Our group arose early this morning in Istanbul in order to make our flight to Izmir. Izmir is a beautiful city on the Aegean coast of Asia Minor about 35 miles north of Ephesus. It is known as the location of the Biblical city of Smyrna.
Smyrna is mentioned only twice in the New Testament as the location of one of the seven churches addressed in the Book of Revelation (1:11; 2:8-11).
“And to the angel of the church in Smyrna write: The first and the last, who was dead, and has come to life, says this: ‘I know your tribulation and your poverty (but you are rich), and the blasphemy by those who say they are Jews and are not, but are a synagogue of Satan. ‘Do not fear what you are about to suffer. Behold, the devil is about to cast some of you into prison, so that you will be tested, and you will have tribulation for ten days. Be faithful until death, and I will give you the crown of life. He who has an ear, let him hear what the Spirit says to the churches. He who overcomes will not be hurt by the second death.’ (Revelation 2:8-11 NAU)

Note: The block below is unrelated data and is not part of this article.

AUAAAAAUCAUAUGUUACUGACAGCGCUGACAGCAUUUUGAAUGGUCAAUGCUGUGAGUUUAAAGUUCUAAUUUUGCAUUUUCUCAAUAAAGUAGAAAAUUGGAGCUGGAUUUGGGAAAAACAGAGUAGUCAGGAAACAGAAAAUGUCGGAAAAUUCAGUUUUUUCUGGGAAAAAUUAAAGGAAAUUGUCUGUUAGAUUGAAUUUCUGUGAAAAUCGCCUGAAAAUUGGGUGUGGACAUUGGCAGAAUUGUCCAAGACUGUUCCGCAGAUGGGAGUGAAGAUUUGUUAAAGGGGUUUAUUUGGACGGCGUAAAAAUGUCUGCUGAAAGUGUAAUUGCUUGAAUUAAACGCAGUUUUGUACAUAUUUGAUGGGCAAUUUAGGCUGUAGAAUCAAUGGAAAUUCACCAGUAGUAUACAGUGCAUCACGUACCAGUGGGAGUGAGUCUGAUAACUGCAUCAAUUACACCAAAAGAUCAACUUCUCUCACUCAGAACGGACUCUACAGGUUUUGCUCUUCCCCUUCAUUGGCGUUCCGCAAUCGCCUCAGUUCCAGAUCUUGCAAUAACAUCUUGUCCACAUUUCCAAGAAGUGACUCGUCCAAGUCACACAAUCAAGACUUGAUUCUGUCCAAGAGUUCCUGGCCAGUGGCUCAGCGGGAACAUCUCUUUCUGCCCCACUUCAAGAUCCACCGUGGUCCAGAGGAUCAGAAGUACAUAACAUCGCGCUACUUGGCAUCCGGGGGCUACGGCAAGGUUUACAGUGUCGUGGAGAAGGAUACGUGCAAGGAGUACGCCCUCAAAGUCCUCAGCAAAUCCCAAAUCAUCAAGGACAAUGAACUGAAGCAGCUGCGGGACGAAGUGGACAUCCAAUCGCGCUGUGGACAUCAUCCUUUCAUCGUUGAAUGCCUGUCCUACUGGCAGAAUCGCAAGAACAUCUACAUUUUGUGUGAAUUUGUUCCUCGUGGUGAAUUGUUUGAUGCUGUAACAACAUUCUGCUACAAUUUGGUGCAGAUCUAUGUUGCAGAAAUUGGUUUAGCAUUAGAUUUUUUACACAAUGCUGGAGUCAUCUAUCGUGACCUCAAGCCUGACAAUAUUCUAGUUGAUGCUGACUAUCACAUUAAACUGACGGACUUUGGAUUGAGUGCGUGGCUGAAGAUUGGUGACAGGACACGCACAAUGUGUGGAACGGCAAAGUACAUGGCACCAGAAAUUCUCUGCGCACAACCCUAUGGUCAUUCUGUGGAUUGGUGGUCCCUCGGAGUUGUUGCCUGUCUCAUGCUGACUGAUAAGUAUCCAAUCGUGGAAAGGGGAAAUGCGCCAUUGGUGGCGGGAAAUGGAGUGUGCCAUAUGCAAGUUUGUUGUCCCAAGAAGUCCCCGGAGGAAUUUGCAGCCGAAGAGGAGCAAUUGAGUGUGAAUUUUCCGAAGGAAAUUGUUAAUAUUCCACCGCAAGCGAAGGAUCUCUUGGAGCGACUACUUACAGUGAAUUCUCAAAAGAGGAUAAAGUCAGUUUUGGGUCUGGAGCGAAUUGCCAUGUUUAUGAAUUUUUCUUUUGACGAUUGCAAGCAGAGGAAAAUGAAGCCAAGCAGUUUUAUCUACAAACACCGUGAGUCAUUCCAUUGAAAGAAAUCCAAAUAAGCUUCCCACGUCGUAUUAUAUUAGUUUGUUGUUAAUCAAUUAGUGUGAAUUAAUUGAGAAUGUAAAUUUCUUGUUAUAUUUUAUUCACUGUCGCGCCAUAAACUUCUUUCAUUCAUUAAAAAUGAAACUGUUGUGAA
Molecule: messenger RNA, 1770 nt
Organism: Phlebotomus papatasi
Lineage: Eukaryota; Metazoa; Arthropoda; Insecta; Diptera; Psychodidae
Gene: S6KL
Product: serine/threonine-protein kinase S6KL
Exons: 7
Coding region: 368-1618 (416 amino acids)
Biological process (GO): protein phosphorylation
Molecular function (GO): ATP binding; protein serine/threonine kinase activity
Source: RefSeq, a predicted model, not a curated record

The earliest city of Smyrna was founded in the first half of the third millennium B.C. at Bayrakli, a few miles from the present city of Izmir. In 600 B.C. the city was captured and utterly destroyed by King Alyattes of Lydia. During the 5th and 4th centuries B.C. the city was insignificant.
All of this changed after the time of Alexander the Great when a new city was founded on the slopes of Mount Pagos.
Our visit today included Mount Pagos. From there we had a magnificent view of the city and the harbor. We also visited the Roman Agora, and two archaeological museums.
This photo shows the great arches in the lower level of the three story civic agora dating to the second century A.D., and a powerful spring of water that was discovered only a few years ago.